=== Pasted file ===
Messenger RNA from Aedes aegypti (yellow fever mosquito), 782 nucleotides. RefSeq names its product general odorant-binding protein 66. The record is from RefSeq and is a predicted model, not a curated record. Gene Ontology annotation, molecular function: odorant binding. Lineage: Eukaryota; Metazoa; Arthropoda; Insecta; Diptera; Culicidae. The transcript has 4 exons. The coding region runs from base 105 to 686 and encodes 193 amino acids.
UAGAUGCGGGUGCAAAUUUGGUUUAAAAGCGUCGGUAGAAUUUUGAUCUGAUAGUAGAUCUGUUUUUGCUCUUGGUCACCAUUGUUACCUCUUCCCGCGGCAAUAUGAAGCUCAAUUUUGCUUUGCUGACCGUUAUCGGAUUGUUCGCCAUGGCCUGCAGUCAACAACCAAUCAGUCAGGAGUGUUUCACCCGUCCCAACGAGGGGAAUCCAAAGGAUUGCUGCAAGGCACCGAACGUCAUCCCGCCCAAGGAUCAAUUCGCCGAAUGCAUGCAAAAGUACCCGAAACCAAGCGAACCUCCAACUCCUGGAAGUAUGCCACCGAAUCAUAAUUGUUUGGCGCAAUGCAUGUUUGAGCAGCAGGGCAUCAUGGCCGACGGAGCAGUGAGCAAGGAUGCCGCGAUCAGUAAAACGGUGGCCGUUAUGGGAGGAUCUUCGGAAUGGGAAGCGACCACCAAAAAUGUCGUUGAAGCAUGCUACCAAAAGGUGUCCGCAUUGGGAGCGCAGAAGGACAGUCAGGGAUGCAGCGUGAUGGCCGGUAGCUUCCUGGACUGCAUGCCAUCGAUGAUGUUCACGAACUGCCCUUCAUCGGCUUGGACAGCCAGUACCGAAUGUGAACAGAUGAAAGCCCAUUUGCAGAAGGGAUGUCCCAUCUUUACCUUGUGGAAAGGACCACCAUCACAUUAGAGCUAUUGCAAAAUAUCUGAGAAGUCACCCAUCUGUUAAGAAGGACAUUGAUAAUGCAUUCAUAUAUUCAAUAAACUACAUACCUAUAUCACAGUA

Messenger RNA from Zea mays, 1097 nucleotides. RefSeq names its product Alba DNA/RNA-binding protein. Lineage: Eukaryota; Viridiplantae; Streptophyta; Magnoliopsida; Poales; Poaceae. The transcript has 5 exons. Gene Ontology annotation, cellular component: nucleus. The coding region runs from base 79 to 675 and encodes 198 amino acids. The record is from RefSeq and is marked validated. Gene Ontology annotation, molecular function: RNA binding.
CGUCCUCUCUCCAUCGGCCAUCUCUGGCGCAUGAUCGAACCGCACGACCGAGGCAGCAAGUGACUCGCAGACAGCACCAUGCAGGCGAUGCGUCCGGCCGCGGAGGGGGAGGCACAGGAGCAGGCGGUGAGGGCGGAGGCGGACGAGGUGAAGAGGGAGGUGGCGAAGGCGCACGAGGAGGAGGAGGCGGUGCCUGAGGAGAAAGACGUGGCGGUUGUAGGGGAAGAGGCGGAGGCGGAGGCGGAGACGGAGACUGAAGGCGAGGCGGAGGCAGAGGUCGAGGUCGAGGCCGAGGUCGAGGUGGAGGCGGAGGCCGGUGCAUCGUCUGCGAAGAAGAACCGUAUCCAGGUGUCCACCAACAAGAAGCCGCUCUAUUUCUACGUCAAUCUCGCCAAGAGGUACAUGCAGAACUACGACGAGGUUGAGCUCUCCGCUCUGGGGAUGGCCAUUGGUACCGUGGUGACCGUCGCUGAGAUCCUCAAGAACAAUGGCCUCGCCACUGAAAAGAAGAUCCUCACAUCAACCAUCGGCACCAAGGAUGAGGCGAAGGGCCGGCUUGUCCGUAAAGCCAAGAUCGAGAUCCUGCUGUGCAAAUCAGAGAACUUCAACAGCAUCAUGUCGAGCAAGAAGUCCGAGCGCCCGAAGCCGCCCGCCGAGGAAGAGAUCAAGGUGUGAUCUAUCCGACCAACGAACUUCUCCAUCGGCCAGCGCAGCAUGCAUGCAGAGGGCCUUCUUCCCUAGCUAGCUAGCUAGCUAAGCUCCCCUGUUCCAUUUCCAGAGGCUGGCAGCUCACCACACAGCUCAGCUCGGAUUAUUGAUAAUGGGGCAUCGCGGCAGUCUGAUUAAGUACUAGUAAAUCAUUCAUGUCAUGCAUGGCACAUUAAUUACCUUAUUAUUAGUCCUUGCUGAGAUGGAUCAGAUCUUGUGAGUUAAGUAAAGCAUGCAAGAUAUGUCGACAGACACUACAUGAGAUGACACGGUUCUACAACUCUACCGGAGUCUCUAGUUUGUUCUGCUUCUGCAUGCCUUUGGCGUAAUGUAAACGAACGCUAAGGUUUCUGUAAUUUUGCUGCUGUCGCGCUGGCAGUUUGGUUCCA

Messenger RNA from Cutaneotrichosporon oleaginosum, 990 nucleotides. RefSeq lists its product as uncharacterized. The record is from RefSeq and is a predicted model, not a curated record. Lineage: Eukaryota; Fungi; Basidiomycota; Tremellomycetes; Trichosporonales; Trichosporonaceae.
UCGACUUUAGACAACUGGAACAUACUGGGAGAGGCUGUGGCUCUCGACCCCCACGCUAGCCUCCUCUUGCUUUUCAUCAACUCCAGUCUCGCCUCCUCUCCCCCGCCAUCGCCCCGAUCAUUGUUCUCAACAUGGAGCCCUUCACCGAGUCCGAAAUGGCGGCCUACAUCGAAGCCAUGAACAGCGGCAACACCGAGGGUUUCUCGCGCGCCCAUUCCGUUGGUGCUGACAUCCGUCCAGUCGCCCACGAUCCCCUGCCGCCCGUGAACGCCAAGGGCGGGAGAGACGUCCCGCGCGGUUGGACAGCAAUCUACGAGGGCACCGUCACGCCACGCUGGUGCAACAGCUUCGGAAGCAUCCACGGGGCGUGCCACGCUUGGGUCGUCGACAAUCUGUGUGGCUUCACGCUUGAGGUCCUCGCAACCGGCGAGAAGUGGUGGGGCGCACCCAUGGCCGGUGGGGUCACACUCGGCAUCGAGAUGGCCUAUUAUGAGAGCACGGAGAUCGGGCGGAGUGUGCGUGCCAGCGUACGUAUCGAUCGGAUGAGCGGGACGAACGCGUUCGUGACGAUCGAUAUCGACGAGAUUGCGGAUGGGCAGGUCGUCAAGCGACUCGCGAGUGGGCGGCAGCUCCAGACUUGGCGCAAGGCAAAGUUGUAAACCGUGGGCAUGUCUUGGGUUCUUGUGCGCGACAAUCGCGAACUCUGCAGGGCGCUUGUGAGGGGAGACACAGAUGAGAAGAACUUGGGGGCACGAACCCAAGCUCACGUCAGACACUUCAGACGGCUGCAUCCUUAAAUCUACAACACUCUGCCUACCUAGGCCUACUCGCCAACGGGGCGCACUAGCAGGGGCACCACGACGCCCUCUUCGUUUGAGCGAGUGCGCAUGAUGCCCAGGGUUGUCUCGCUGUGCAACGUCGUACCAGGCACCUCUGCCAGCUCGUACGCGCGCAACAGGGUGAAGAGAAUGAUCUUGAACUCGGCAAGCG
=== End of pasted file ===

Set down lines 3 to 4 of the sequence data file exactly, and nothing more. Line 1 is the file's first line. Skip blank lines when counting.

Messenger RNA from Zea mays, 1097 nucleotides. RefSeq names its product Alba DNA/RNA-binding protein. Lineage: Eukaryota; Viridiplantae; Streptophyta; Magnoliopsida; Poales; Poaceae. The transcript has 5 exons. Gene Ontology annotation, cellular component: nucleus. The coding region runs from base 79 to 675 and encodes 198 amino acids. The record is from RefSeq and is marked validated. Gene Ontology annotation, molecular function: RNA binding.
CGUCCUCUCUCCAUCGGCCAUCUCUGGCGCAUGAUCGAACCGCACGACCGAGGCAGCAAGUGACUCGCAGACAGCACCAUGCAGGCGAUGCGUCCGGCCGCGGAGGGGGAGGCACAGGAGCAGGCGGUGAGGGCGGAGGCGGACGAGGUGAAGAGGGAGGUGGCGAAGGCGCACGAGGAGGAGGAGGCGGUGCCUGAGGAGAAAGACGUGGCGGUUGUAGGGGAAGAGGCGGAGGCGGAGGCGGAGACGGAGACUGAAGGCGAGGCGGAGGCAGAGGUCGAGGUCGAGGCCGAGGUCGAGGUGGAGGCGGAGGCCGGUGCAUCGUCUGCGAAGAAGAACCGUAUCCAGGUGUCCACCAACAAGAAGCCGCUCUAUUUCUACGUCAAUCUCGCCAAGAGGUACAUGCAGAACUACGACGAGGUUGAGCUCUCCGCUCUGGGGAUGGCCAUUGGUACCGUGGUGACCGUCGCUGAGAUCCUCAAGAACAAUGGCCUCGCCACUGAAAAGAAGAUCCUCACAUCAACCAUCGGCACCAAGGAUGAGGCGAAGGGCCGGCUUGUCCGUAAAGCCAAGAUCGAGAUCCUGCUGUGCAAAUCAGAGAACUUCAACAGCAUCAUGUCGAGCAAGAAGUCCGAGCGCCCGAAGCCGCCCGCCGAGGAAGAGAUCAAGGUGUGAUCUAUCCGACCAACGAACUUCUCCAUCGGCCAGCGCAGCAUGCAUGCAGAGGGCCUUCUUCCCUAGCUAGCUAGCUAGCUAAGCUCCCCUGUUCCAUUUCCAGAGGCUGGCAGCUCACCACACAGCUCAGCUCGGAUUAUUGAUAAUGGGGCAUCGCGGCAGUCUGAUUAAGUACUAGUAAAUCAUUCAUGUCAUGCAUGGCACAUUAAUUACCUUAUUAUUAGUCCUUGCUGAGAUGGAUCAGAUCUUGUGAGUUAAGUAAAGCAUGCAAGAUAUGUCGACAGACACUACAUGAGAUGACACGGUUCUACAACUCUACCGGAGUCUCUAGUUUGUUCUGCUUCUGCAUGCCUUUGGCGUAAUGUAAACGAACGCUAAGGUUUCUGUAAUUUUGCUGCUGUCGCGCUGGCAGUUUGGUUCCA